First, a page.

What is a Retinal Specialist?
A retinal specialist is an ophthalmologist, an eye physician and surgeon, who has taken additional post-residency retinal fellowship training of at least one year. With this extra training, a retinal specialist limits himself to diagnosing, treating, and performing surgery on the retina, macula and vitreous.

What is the Retina and the Vitreous?
The Retina lines the inside of the eye in the same way that wallpaper lines the inside of a room. It has the thickness and consistency of a single sheet of wet Kleenex. The retina works like the film in the camera, in that when light hits the retina, a picture is developed and transmitted by the optic nerve to the brain resulting in the visual object being seen.

The central part of the retina, the macula, is the part of the retina that allows us to read and see sharply. The rest of the retina is concerned with peripheral vision. The retina is nourished by a multitude of small blood vessels. Immediately in front of the retina, filling the inside of the eye is a clear, jelly-like substance called the vitreous.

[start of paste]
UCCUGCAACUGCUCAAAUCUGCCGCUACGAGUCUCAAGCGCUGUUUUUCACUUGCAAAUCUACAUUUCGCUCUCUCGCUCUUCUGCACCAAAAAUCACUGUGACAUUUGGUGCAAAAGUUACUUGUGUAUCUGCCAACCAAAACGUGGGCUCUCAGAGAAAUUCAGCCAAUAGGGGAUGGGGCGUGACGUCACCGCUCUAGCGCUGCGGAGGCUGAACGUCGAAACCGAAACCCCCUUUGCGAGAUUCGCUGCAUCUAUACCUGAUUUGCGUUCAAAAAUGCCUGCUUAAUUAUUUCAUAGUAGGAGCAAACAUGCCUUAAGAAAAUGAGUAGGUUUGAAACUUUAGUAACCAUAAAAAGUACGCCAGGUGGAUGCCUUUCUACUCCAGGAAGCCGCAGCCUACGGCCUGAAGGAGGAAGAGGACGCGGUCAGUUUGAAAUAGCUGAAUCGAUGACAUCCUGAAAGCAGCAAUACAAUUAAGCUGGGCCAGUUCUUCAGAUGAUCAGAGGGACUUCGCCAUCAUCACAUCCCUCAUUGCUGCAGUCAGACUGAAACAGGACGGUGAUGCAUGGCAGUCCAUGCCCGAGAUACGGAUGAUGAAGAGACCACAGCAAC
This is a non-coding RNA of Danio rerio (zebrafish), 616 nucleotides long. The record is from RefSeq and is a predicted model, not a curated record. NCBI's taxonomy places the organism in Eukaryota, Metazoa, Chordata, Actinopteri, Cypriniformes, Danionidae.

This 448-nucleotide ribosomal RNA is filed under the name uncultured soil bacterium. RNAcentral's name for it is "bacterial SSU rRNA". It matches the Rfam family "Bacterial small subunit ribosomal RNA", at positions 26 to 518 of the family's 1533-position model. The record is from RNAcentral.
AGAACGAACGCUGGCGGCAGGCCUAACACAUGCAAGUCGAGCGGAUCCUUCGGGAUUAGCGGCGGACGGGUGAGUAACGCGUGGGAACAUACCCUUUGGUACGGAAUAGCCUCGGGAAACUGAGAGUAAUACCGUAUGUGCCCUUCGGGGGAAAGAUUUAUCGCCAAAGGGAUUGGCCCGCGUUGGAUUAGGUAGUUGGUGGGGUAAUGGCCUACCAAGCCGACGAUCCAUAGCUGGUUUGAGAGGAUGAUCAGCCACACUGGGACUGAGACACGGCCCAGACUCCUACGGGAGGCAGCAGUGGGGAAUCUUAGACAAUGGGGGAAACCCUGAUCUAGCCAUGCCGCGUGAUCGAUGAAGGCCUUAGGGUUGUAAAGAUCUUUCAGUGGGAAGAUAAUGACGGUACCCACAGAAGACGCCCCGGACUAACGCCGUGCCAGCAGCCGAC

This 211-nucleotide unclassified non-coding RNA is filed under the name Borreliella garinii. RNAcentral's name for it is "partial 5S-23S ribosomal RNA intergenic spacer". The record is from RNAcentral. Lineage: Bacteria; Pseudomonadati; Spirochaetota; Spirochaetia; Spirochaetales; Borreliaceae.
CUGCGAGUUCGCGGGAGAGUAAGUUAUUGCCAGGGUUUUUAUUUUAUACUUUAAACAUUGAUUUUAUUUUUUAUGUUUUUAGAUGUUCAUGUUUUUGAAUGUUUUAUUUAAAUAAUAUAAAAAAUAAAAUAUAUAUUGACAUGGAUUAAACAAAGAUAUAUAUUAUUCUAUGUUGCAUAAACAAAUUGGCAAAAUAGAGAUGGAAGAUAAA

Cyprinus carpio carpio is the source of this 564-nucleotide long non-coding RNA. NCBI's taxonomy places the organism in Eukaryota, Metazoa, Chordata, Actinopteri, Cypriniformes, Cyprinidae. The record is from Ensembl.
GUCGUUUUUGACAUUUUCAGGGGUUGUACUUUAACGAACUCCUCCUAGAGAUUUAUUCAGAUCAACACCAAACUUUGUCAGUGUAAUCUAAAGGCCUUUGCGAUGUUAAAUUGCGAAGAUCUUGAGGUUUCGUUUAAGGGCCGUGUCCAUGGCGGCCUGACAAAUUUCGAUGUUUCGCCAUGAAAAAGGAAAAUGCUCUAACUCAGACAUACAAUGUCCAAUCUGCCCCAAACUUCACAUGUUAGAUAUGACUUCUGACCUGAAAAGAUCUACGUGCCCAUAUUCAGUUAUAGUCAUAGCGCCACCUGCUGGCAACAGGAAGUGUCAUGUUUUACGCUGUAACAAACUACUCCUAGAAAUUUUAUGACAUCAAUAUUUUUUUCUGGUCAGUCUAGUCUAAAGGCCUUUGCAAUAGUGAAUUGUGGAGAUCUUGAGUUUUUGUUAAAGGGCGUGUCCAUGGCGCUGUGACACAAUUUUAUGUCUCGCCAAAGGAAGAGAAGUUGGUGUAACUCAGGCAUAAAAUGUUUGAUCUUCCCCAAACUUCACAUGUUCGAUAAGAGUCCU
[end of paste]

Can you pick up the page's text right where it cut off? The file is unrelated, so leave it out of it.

What can happen to the retina and vitreous to reduce my vision?
Usually, the retina is very thin and compact. If the retina swells with blood and fluid, your vision will be reduced. Usually, "leaky" blood vessels are responsible for this swollen state. Various diseases may cause these leaks including diabetes, vascular diseases and macular degeneration.

If a tear develops in the retina, fluid may leak under the retina and peel the retina off the back of the eye. This is called a retina detachment and can result in total blindness if left untreated.

The vitreous, which is normally clear, may become cloudy because of inflammation from bleeding. Floaters, which are tiny opacities in the vitreous, are common. Occasionally, however, an increase in the amount of floaters may be the first symptom of a retinal tear or other problems.